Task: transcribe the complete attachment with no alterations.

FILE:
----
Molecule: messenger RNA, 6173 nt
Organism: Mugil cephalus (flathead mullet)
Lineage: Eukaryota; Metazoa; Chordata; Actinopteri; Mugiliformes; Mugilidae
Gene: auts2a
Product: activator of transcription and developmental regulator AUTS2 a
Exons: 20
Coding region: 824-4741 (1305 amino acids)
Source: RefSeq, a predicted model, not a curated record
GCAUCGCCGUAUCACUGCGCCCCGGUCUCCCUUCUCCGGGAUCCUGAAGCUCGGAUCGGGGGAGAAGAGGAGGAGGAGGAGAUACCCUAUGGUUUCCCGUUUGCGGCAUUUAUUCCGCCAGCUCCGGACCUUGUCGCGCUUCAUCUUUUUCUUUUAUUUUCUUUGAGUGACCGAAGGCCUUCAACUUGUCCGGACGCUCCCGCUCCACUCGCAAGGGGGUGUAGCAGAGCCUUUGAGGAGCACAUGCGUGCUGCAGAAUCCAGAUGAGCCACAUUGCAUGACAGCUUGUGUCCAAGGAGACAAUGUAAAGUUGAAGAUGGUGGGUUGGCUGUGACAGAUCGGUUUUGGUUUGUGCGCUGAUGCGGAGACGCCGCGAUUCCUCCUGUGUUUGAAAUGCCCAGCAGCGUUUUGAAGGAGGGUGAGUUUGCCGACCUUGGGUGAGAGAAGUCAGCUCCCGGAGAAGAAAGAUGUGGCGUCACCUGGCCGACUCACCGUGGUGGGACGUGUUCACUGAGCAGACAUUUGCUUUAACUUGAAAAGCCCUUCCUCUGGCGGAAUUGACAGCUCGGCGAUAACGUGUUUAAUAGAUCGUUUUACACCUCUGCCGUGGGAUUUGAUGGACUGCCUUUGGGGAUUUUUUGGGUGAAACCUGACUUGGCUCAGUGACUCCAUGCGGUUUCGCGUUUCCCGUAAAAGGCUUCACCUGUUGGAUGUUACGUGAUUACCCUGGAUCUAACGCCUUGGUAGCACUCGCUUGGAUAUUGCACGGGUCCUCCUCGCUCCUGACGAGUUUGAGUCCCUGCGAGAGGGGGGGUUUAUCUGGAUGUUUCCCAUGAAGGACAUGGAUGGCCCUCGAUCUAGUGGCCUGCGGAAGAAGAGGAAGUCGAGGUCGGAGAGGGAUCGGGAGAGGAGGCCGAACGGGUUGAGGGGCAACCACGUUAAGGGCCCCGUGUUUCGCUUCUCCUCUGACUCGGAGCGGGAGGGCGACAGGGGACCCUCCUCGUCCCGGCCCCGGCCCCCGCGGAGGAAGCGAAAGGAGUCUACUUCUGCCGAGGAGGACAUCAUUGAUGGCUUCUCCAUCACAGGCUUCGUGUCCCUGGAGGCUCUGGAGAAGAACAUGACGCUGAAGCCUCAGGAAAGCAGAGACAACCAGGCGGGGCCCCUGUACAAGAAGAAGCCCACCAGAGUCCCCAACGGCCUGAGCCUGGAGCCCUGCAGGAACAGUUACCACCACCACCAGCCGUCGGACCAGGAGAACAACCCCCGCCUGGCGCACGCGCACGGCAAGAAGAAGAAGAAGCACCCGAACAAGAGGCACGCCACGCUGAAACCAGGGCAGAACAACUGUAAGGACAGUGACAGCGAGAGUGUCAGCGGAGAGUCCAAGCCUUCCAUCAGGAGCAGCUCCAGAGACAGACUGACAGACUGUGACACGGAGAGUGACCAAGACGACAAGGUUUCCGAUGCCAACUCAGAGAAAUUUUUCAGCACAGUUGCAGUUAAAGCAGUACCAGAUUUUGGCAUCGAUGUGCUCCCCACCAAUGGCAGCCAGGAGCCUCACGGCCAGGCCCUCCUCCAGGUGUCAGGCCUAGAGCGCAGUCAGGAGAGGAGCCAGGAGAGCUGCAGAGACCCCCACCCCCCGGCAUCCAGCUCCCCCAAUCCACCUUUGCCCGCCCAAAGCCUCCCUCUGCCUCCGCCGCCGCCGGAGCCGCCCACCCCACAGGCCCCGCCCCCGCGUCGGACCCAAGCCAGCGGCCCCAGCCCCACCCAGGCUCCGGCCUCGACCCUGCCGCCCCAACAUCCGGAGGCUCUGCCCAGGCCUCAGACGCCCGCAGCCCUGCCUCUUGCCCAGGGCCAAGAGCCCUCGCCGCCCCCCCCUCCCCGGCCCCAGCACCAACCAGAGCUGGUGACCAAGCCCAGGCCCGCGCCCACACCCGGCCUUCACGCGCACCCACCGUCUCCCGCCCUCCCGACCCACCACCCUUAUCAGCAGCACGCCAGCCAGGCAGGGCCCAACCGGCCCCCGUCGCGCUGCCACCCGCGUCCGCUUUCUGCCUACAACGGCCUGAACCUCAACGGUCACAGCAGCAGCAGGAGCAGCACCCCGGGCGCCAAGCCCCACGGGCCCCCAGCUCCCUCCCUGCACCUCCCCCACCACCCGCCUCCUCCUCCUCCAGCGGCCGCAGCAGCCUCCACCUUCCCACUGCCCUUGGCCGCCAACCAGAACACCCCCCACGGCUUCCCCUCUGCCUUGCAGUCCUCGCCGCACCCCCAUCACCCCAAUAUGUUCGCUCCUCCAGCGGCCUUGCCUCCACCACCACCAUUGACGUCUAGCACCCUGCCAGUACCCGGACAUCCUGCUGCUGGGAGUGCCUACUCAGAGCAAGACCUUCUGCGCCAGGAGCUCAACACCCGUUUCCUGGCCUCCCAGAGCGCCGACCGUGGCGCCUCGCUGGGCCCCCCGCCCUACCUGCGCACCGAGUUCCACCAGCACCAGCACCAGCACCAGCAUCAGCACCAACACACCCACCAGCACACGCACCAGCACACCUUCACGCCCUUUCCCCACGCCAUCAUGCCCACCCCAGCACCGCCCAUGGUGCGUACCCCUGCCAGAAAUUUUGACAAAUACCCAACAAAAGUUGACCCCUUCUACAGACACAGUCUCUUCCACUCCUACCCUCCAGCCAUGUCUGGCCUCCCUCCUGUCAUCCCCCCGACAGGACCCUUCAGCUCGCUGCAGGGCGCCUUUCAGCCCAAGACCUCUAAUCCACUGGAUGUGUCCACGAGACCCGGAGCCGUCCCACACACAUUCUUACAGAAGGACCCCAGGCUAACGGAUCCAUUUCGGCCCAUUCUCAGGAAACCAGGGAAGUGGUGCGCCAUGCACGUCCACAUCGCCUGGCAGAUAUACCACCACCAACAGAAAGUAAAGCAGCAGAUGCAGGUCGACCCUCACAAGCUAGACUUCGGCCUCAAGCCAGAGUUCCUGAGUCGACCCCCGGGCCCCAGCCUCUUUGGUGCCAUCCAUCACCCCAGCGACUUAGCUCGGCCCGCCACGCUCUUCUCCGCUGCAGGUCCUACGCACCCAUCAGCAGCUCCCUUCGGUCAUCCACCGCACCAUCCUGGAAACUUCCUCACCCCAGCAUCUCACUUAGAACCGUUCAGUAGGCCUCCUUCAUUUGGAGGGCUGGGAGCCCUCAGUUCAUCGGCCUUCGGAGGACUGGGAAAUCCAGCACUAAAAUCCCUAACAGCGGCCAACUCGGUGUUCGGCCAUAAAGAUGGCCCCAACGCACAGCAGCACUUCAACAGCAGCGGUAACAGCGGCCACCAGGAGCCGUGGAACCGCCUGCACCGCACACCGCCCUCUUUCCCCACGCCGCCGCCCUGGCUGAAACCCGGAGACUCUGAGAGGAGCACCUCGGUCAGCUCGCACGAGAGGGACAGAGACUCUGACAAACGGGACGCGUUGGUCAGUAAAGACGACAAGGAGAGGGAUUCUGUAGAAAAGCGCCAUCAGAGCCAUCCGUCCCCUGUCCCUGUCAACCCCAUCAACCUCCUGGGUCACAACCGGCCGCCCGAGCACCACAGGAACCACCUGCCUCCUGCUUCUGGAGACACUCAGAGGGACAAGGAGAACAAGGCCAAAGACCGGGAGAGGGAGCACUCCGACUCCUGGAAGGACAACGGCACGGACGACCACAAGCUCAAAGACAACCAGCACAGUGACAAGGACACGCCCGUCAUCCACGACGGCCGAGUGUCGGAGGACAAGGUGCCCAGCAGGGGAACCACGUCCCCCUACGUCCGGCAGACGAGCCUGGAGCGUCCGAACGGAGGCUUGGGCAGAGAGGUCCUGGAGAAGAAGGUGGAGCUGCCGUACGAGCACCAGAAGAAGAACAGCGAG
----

Molecule: messenger RNA, 6173 nt
Organism: Mugil cephalus (flathead mullet)
Lineage: Eukaryota; Metazoa; Chordata; Actinopteri; Mugiliformes; Mugilidae
Gene: auts2a
Product: activator of transcription and developmental regulator AUTS2 a
Exons: 20
Coding region: 824-4741 (1305 amino acids)
Source: RefSeq, a predicted model, not a curated record
GCAUCGCCGUAUCACUGCGCCCCGGUCUCCCUUCUCCGGGAUCCUGAAGCUCGGAUCGGGGGAGAAGAGGAGGAGGAGGAGAUACCCUAUGGUUUCCCGUUUGCGGCAUUUAUUCCGCCAGCUCCGGACCUUGUCGCGCUUCAUCUUUUUCUUUUAUUUUCUUUGAGUGACCGAAGGCCUUCAACUUGUCCGGACGCUCCCGCUCCACUCGCAAGGGGGUGUAGCAGAGCCUUUGAGGAGCACAUGCGUGCUGCAGAAUCCAGAUGAGCCACAUUGCAUGACAGCUUGUGUCCAAGGAGACAAUGUAAAGUUGAAGAUGGUGGGUUGGCUGUGACAGAUCGGUUUUGGUUUGUGCGCUGAUGCGGAGACGCCGCGAUUCCUCCUGUGUUUGAAAUGCCCAGCAGCGUUUUGAAGGAGGGUGAGUUUGCCGACCUUGGGUGAGAGAAGUCAGCUCCCGGAGAAGAAAGAUGUGGCGUCACCUGGCCGACUCACCGUGGUGGGACGUGUUCACUGAGCAGACAUUUGCUUUAACUUGAAAAGCCCUUCCUCUGGCGGAAUUGACAGCUCGGCGAUAACGUGUUUAAUAGAUCGUUUUACACCUCUGCCGUGGGAUUUGAUGGACUGCCUUUGGGGAUUUUUUGGGUGAAACCUGACUUGGCUCAGUGACUCCAUGCGGUUUCGCGUUUCCCGUAAAAGGCUUCACCUGUUGGAUGUUACGUGAUUACCCUGGAUCUAACGCCUUGGUAGCACUCGCUUGGAUAUUGCACGGGUCCUCCUCGCUCCUGACGAGUUUGAGUCCCUGCGAGAGGGGGGGUUUAUCUGGAUGUUUCCCAUGAAGGACAUGGAUGGCCCUCGAUCUAGUGGCCUGCGGAAGAAGAGGAAGUCGAGGUCGGAGAGGGAUCGGGAGAGGAGGCCGAACGGGUUGAGGGGCAACCACGUUAAGGGCCCCGUGUUUCGCUUCUCCUCUGACUCGGAGCGGGAGGGCGACAGGGGACCCUCCUCGUCCCGGCCCCGGCCCCCGCGGAGGAAGCGAAAGGAGUCUACUUCUGCCGAGGAGGACAUCAUUGAUGGCUUCUCCAUCACAGGCUUCGUGUCCCUGGAGGCUCUGGAGAAGAACAUGACGCUGAAGCCUCAGGAAAGCAGAGACAACCAGGCGGGGCCCCUGUACAAGAAGAAGCCCACCAGAGUCCCCAACGGCCUGAGCCUGGAGCCCUGCAGGAACAGUUACCACCACCACCAGCCGUCGGACCAGGAGAACAACCCCCGCCUGGCGCACGCGCACGGCAAGAAGAAGAAGAAGCACCCGAACAAGAGGCACGCCACGCUGAAACCAGGGCAGAACAACUGUAAGGACAGUGACAGCGAGAGUGUCAGCGGAGAGUCCAAGCCUUCCAUCAGGAGCAGCUCCAGAGACAGACUGACAGACUGUGACACGGAGAGUGACCAAGACGACAAGGUUUCCGAUGCCAACUCAGAGAAAUUUUUCAGCACAGUUGCAGUUAAAGCAGUACCAGAUUUUGGCAUCGAUGUGCUCCCCACCAAUGGCAGCCAGGAGCCUCACGGCCAGGCCCUCCUCCAGGUGUCAGGCCUAGAGCGCAGUCAGGAGAGGAGCCAGGAGAGCUGCAGAGACCCCCACCCCCCGGCAUCCAGCUCCCCCAAUCCACCUUUGCCCGCCCAAAGCCUCCCUCUGCCUCCGCCGCCGCCGGAGCCGCCCACCCCACAGGCCCCGCCCCCGCGUCGGACCCAAGCCAGCGGCCCCAGCCCCACCCAGGCUCCGGCCUCGACCCUGCCGCCCCAACAUCCGGAGGCUCUGCCCAGGCCUCAGACGCCCGCAGCCCUGCCUCUUGCCCAGGGCCAAGAGCCCUCGCCGCCCCCCCCUCCCCGGCCCCAGCACCAACCAGAGCUGGUGACCAAGCCCAGGCCCGCGCCCACACCCGGCCUUCACGCGCACCCACCGUCUCCCGCCCUCCCGACCCACCACCCUUAUCAGCAGCACGCCAGCCAGGCAGGGCCCAACCGGCCCCCGUCGCGCUGCCACCCGCGUCCGCUUUCUGCCUACAACGGCCUGAACCUCAACGGUCACAGCAGCAGCAGGAGCAGCACCCCGGGCGCCAAGCCCCACGGGCCCCCAGCUCCCUCCCUGCACCUCCCCCACCACCCGCCUCCUCCUCCUCCAGCGGCCGCAGCAGCCUCCACCUUCCCACUGCCCUUGGCCGCCAACCAGAACACCCCCCACGGCUUCCCCUCUGCCUUGCAGUCCUCGCCGCACCCCCAUCACCCCAAUAUGUUCGCUCCUCCAGCGGCCUUGCCUCCACCACCACCAUUGACGUCUAGCACCCUGCCAGUACCCGGACAUCCUGCUGCUGGGAGUGCCUACUCAGAGCAAGACCUUCUGCGCCAGGAGCUCAACACCCGUUUCCUGGCCUCCCAGAGCGCCGACCGUGGCGCCUCGCUGGGCCCCCCGCCCUACCUGCGCACCGAGUUCCACCAGCACCAGCACCAGCACCAGCAUCAGCACCAACACACCCACCAGCACACGCACCAGCACACCUUCACGCCCUUUCCCCACGCCAUCAUGCCCACCCCAGCACCGCCCAUGGUGCGUACCCCUGCCAGAAAUUUUGACAAAUACCCAACAAAAGUUGACCCCUUCUACAGACACAGUCUCUUCCACUCCUACCCUCCAGCCAUGUCUGGCCUCCCUCCUGUCAUCCCCCCGACAGGACCCUUCAGCUCGCUGCAGGGCGCCUUUCAGCCCAAGACCUCUAAUCCACUGGAUGUGUCCACGAGACCCGGAGCCGUCCCACACACAUUCUUACAGAAGGACCCCAGGCUAACGGAUCCAUUUCGGCCCAUUCUCAGGAAACCAGGGAAGUGGUGCGCCAUGCACGUCCACAUCGCCUGGCAGAUAUACCACCACCAACAGAAAGUAAAGCAGCAGAUGCAGGUCGACCCUCACAAGCUAGACUUCGGCCUCAAGCCAGAGUUCCUGAGUCGACCCCCGGGCCCCAGCCUCUUUGGUGCCAUCCAUCACCCCAGCGACUUAGCUCGGCCCGCCACGCUCUUCUCCGCUGCAGGUCCUACGCACCCAUCAGCAGCUCCCUUCGGUCAUCCACCGCACCAUCCUGGAAACUUCCUCACCCCAGCAUCUCACUUAGAACCGUUCAGUAGGCCUCCUUCAUUUGGAGGGCUGGGAGCCCUCAGUUCAUCGGCCUUCGGAGGACUGGGAAAUCCAGCACUAAAAUCCCUAACAGCGGCCAACUCGGUGUUCGGCCAUAAAGAUGGCCCCAACGCACAGCAGCACUUCAACAGCAGCGGUAACAGCGGCCACCAGGAGCCGUGGAACCGCCUGCACCGCACACCGCCCUCUUUCCCCACGCCGCCGCCCUGGCUGAAACCCGGAGACUCUGAGAGGAGCACCUCGGUCAGCUCGCACGAGAGGGACAGAGACUCUGACAAACGGGACGCGUUGGUCAGUAAAGACGACAAGGAGAGGGAUUCUGUAGAAAAGCGCCAUCAGAGCCAUCCGUCCCCUGUCCCUGUCAACCCCAUCAACCUCCUGGGUCACAACCGGCCGCCCGAGCACCACAGGAACCACCUGCCUCCUGCUUCUGGAGACACUCAGAGGGACAAGGAGAACAAGGCCAAAGACCGGGAGAGGGAGCACUCCGACUCCUGGAAGGACAACGGCACGGACGACCACAAGCUCAAAGACAACCAGCACAGUGACAAGGACACGCCCGUCAUCCACGACGGCCGAGUGUCGGAGGACAAGGUGCCCAGCAGGGGAACCACGUCCCCCUACGUCCGGCAGACGAGCCUGGAGCGUCCGAACGGAGGCUUGGGCAGAGAGGUCCUGGAGAAGAAGGUGGAGCUGCCGUACGAGCACCAGAAGAAGAACAGCGAG